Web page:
Celtic Mythology: Myths of the Ancient World
Celtic mythology - stories from the ancients
The 'Celts' is often a name given to the people who lived in Britain and Ireland in ancient times, and also in northwestern France and northwestern Spain. We know of their existence because historians at the time of the Roman Empire wrote about them, their culture and their characteristics. They were a pagan people, who did not believe in written language. However, they were far from illiterate - the Celtic people had a rich tradition of oral stories full of gods and monsters, heroes and beautiful women.
The myths of the Celts were recorded in the medieval period. For example early Christian monks in Ireland wrote down the the mythological cycles of stories which were recited in the courts of kings as a form of collective history. In England it was the Norman invaders who interested themselves in local legends of a magical king called Arthur. The Arthurian romances are some of the most famous stories from the Celtic world. They speak of a time before church and state when individuals and tribes had to make a life for themselves as best they could in a world beset with inexplicable forces.
Celtic mythology is rich with symbolism of life, death and rebirth, replete with the magic of nature and the ancient world. This article outlines some of the most famous stories from Celtic mythology, in Celtic Ireland and Britain.
Myths from Ireland
The Celtic mythology of Ireland was well recorded by Irish monks in the middle ages, and so many ancient sagas - many of them tragedies - have survived up to the present day. Here are some of the most well known Irish legends:
- The Cattle Raid of Cooley (tain bo cualigne) comes from the Ulster cycle of myths and involves the hero Cu Chulain defending the province of Ulster from raiders in the south. Cu Chulain was said to be the greatest warrior that Ireland had ever seen and there are many tales of his prowess and feats, as well as his love for the beautiful Emer. Sadly though he was not invincible and the legend has it that he died finally defending Ulster single-handed. It was a proud warrior's death and it was no one less than the Goddess of War and Death ( Morrigan) who brought it about through her magic.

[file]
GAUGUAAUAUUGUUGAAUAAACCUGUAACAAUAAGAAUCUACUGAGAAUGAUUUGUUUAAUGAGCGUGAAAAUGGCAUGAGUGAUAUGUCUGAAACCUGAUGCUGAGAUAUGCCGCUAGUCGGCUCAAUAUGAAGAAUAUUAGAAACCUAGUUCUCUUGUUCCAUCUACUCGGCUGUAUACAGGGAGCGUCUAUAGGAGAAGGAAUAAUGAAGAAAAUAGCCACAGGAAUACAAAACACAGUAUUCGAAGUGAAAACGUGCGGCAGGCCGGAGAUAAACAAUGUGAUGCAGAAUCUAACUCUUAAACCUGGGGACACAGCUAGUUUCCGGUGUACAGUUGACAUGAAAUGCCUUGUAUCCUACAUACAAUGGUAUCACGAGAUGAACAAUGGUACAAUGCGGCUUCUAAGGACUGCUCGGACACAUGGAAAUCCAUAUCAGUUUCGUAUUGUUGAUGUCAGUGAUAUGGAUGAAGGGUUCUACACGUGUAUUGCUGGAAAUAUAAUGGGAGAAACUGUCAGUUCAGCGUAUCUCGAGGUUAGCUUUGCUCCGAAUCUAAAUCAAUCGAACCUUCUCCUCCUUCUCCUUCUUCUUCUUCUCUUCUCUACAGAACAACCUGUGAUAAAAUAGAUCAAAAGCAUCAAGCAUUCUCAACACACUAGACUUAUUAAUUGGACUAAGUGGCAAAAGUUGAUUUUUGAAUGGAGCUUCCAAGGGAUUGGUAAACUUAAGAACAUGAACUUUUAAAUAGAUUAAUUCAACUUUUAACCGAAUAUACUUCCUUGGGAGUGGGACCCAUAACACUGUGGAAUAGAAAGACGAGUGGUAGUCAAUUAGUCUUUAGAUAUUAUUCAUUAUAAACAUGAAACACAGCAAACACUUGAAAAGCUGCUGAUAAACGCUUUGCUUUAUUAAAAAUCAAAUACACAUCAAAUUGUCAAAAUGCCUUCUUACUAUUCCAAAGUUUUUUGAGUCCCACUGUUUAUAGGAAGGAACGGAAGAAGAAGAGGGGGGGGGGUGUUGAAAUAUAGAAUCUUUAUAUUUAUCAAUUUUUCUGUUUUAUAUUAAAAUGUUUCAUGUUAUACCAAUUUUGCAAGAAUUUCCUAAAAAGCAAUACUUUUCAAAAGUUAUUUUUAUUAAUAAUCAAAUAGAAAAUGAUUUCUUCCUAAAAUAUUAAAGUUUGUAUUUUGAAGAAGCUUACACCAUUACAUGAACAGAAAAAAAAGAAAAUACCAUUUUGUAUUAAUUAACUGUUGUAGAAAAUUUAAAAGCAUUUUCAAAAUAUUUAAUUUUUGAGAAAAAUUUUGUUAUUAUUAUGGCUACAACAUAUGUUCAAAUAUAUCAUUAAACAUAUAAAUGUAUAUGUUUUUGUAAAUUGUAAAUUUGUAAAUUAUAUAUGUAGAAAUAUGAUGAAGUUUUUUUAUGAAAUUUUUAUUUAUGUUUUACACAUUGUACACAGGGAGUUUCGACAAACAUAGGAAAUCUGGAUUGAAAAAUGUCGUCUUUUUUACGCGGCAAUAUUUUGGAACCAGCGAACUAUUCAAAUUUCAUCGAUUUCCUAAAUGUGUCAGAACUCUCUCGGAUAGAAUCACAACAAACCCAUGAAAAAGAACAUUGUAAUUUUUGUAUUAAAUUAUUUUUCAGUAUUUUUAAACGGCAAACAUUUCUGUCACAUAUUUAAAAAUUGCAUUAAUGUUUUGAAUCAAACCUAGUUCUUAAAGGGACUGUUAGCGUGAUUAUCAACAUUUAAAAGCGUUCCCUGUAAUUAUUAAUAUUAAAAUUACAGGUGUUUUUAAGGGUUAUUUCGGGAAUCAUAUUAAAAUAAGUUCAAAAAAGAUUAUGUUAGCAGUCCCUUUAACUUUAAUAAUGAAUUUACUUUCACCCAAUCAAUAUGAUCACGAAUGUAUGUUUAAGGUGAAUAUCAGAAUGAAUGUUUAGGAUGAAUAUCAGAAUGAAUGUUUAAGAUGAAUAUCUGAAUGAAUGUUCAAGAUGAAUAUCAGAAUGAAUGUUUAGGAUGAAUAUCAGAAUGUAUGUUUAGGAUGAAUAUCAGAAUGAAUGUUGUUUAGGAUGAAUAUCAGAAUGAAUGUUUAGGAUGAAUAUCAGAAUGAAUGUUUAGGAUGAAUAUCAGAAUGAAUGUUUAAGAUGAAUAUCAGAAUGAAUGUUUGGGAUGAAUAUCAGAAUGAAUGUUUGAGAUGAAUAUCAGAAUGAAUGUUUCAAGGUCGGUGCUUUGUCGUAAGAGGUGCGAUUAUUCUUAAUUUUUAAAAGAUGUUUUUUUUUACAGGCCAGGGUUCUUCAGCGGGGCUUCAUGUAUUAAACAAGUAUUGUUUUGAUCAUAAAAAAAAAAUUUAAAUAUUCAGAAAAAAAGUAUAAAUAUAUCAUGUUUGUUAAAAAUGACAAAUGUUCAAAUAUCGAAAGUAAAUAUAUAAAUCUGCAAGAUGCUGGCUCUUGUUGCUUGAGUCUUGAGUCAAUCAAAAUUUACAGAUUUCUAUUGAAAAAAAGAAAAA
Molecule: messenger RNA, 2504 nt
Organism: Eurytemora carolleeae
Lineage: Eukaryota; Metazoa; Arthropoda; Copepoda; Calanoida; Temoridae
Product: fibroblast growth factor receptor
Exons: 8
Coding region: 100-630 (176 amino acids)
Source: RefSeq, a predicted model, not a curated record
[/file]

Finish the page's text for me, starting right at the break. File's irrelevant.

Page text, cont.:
- The Children of Lir is a sorrowful tale of four children who are turned into swans by their stepmother Aoife who is jealous of the love their father, Lir, has for them. Aoife curses the swan-children and condemns them to live on water for nine hundred years before they can regain their human form. At the end of nine hundred years the children finally can come to shore - but they are children no more. Ancient and shriveled, they set foot on land again, only to die and find peace at last.
- Oisin in the land of Tir na nOg tells how the warrior Oisin is persuade to come to the land of the ever-young by a beautiful goddess, Niamh. In Tir na nOg no one grows old or dies, and there is feasting and music every day. One day however Oisin realizes he misses his friends and family in Ireland and tells Niamh he wants to return. She gives him a white horse to take him back to Ireland, but warns him he must not get down from the horse under any circumstances. Oisin is shocked and saddened to learn that he has been away for hundreds of years, everyone he knew has long since died and the land has changed. While pondering this sad truth, he sees a man trying to roll a large stone out of a field he is clearing and Oisin leans down from his horse to help him move the stone. In that moment, the strap around his saddle snaps and he falls to the ground. In an instant hundreds of years of time catch up with Oisin, and he turns to dust.
Myths from Celtic Britain
The most famous myths from ancient Britain are the tales of Arthur and the knights of Camelot. These stories were heavily influenced by medieval Norman writers who imposed their own values of chivalry, courtly love and Christian themes on the older Celtic legends. However, in the druidic figure of Merlin and in the deadly goddess-character of Morgan Le Fay we can glimpse something of the original, Celtic mythology underpinning the medieval romances.
Arthur features in a medieval Welsh collection of stories called the Mabinogi - a great source of early Celtic legends. One of the saddest, and most well-known, Welsh stories is that of Rhys and Meneir. It is a sad tale of love thwarted, where Meneir goes missing on the day of their intended wedding and Rhys goes slowly mad with grief. Eventually he finds the skeleton of his true love trapped in a tree, and dies himself in that moment of shock and grief.
The Wisdom of Celtic Mythology
As you have probably noticed early Celtic tales tend not to have happy endings. They are at best bittersweet. Many are tragic and speak to the nature of happiness as a brief, passing moment which cannot overcome the inevitable separation of death.
However, these sad tales can also be a source of inner strength, they remind us to live for the present because death is inevitable. The stories also tell tales of great human qualities like courage, soul-love and faithfulness. Most of all, they are set in a world of magical forces, where anything is possible and where individuals can shape their own destinies - at least for a while.
Moreover, Celtic mythology is imbued with faith in eternal life. While heroes and heroines might die in this mortal life, the Celts believed that their souls would pass into the undying lands. So in Celtic myth and legend, even tales of death are ultimately a story of rebirth.